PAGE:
When I think about this story – the alcohol driven chaos, the violent violation of a child’s mother, the abandonment by relatives who were meant to care for family, the adults who would not believe a child’s story and the emotional scars left on an innocent little girl – I can understand much of the rest of my friend’s life.

It makes me feel so protective of that child and so angry at the adults when I think about this story.  It makes me sad beyond words that this is my friend’s first memory.

So let’s go back to my questions now.

What does it do to a person to have this as his/her earliest memory?  I suspect a psychologist could write a book on that.  In all likelihood, in layman’s terms, it would scar the person for life.

Can you put yourself in this picture?  In all honesty, I cannot.  I gratefully grew up in a home where peace was the rule and verbal arguments the infrequent exception.  There was no physical violence.  Some of you may have had more experiences with violence as a child.  I pray that your first childhood memory is not something this traumatic.

But that was rezlife as a child for my friend.  I sadly suspect she was not the only one.

Read Full Post »

I spoke with my Lakota friend today – the one we met when we began to sponsor her then 10 year old daughter.  Her daughter is now 15 and some months.  We have been friends for all these years now.

We are visiting the reservation in early June and hope to travel to Utah with our friends to visit the young lady who has been quite a challenge for her mother to raise.  If you are a regular reader, you know the many dramatic adventures she has put herself in.  She is now in a resident program in Utah that I believe has some hope of helping her with the issues she now has.  Traveling from the part of Pine Ridge Reservation in which her parents reside to the institute in Utah takes about 12 hours of driving.  That is not exactly convenient for folks on the rez who have unreliable vehicles and no gas money.  So we suggested the trip as out treat – stopping overnight so we can be refreshed for the return trip.  It ought to be an interesting drive.  One of the reasons I called my friend was to ask her to make sure that her daughter can have visitors once we arrive.  It would be very upsetting to arrive and be turned away.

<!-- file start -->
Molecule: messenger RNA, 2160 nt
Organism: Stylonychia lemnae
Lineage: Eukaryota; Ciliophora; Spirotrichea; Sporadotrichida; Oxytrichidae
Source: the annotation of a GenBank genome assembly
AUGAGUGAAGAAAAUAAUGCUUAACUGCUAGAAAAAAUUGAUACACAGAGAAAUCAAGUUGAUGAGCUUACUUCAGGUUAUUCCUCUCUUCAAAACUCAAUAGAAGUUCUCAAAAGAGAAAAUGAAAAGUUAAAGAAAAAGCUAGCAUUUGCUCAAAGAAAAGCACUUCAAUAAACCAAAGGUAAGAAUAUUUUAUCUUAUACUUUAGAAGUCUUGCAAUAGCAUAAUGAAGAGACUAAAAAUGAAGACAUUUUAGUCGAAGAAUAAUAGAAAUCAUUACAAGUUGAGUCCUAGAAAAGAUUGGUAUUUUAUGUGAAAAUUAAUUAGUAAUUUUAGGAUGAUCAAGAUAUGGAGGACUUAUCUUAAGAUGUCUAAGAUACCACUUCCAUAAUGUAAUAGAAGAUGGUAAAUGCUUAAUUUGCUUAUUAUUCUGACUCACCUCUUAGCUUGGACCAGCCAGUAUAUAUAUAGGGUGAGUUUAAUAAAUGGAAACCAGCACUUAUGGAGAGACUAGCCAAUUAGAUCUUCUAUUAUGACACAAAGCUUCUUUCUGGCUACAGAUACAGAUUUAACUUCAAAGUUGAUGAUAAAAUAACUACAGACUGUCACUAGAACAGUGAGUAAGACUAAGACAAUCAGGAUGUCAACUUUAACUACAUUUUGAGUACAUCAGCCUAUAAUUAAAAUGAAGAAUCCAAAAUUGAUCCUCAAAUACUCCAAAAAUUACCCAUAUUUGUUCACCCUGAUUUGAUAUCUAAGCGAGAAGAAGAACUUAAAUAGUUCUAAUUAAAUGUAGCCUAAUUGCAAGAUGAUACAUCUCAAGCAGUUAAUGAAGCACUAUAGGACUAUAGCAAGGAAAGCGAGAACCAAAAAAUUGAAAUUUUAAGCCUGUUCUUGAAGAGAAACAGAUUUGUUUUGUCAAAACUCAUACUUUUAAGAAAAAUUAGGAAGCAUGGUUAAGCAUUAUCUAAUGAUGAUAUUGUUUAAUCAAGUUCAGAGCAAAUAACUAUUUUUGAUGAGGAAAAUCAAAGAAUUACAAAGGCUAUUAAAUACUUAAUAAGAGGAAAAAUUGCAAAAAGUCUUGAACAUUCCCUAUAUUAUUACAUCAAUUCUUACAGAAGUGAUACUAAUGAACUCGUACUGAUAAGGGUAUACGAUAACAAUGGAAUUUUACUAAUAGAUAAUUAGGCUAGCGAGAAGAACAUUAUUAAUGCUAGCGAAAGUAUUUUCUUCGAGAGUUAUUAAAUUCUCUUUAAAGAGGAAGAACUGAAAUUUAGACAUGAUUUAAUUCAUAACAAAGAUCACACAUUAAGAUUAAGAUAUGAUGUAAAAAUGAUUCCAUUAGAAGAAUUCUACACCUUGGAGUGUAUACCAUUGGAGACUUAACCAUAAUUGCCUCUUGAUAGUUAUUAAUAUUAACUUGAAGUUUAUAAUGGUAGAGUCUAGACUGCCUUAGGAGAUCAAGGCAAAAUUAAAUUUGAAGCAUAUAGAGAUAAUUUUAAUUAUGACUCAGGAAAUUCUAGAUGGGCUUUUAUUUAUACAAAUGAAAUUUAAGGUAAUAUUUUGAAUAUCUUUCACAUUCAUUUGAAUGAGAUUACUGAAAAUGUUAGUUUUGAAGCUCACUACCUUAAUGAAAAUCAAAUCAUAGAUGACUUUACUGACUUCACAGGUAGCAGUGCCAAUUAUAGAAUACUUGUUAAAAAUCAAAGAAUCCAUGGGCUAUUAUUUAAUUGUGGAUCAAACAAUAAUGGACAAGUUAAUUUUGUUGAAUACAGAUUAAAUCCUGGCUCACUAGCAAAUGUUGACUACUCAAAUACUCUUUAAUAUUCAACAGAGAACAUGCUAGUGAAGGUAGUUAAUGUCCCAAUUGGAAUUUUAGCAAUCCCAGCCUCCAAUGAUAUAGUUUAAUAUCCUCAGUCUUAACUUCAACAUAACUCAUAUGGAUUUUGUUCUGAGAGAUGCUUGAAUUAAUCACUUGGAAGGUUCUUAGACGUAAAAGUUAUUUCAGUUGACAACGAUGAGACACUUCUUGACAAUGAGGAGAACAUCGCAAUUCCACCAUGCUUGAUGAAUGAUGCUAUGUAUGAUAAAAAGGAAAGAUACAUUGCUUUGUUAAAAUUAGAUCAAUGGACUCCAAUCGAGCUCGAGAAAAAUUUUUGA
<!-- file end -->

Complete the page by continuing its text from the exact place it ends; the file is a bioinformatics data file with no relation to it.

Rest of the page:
I asked about other family members I have gotten to know many over the years.  My friend’s sister, with whom she has not had a smooth relationship, is now living with my friend and her husband.  My friend’s mother, who owns the trailer in which my friend now resides, is still a thorn in her side.  Her middle daughter, 19 years old, has moved out to live with her boyfriend (whom my friend dislikes).  She told her mother she was of age and could do whatever she wanted.  Her mother agreed, but said not in her house.  So daughter and boyfriend moved out.

My friend’s eldest daughter is the mother of 2 toddlers.  They live with her also.  So does the father of the children.  That young man had been kicked out at Christmas time after he came home drunk and started beating the children’s mom while she was asleep.  But he is back and behaving – so far.  That’s good for those children.

My friend’s other sister died last year.  Her children were mostly teens and young adults.  She also had grandchildren.  Apparently one of her children has abandoned her children, whom my friend has taken in.  The woman, my friend’s niece, was seeing a man who didn’t like children.  So she made a choice.  She took off with the guy and left her children behind.